Let’s cut right to the chase: While Kubernetes is great for quickly deploying containers at cloud-scale, I think most people who use Kubernetes are missing out on the real value of the cloud, which is offloading responsibilities on parts of your application to managed cloud services. Kubernetes users quickly become “containerized” and have a hard time leveraging cloud services that aren’t within the cluster. This limits flexibility, increases cost, and ultimately ties the hands of developers who ideally should leverage the right tools to build the best applications.
I am old enough to have played with bulletin-board systems (BBS) in the 90s, and have seen the cloud evolve from the early days of S3 and AppEngine to the powerful computing platform which it is today. I have a few observations on how we got to the point where one of the most popular tools we use as an industry to build cloud systems (i.e. Kubernetes) essentially hurts the adoption of the cloud.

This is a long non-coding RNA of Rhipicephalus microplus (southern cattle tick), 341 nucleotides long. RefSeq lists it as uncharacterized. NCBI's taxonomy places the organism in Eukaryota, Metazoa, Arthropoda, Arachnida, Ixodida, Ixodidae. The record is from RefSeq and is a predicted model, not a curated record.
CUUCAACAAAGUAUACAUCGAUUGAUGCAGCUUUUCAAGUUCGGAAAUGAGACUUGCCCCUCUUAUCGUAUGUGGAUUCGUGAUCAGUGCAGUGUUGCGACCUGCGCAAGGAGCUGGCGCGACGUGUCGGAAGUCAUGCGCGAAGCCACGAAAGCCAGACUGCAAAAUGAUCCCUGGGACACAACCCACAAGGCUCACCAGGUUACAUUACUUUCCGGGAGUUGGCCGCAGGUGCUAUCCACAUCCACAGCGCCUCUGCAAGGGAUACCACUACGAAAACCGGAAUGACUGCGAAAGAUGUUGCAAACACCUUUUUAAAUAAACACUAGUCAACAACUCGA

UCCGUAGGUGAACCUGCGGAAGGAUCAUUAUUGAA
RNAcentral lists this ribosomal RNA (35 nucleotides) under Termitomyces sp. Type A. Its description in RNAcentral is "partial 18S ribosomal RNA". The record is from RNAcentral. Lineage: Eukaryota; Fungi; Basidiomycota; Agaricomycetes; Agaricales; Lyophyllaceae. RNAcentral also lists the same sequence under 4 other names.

First, I think we need to consider where Kubernetes’ DNA comes from. This is a project born out of Google, which has a very different approach to building applications and services than Amazon. Amazon Web Services (AWS) has over 150 cloud services developers can choose from: S3 buckets, EC2 instances, container-based technologies, serverless, analytics, etc. Just like their retail business, it’s clear if you watch any AWS re:Invent keynote that Amazon prioritizes giving their users choice.
As an ex-Amazonian myself, I can tell you that each independent team within Amazon has the ability to build and deliver an application all the way to the customer. There is no standardized architecture, and there is no single person who understands how it all works across various teams, services, and applications.
Then comes Google with an entirely different internal architectural philosophy and engineering culture.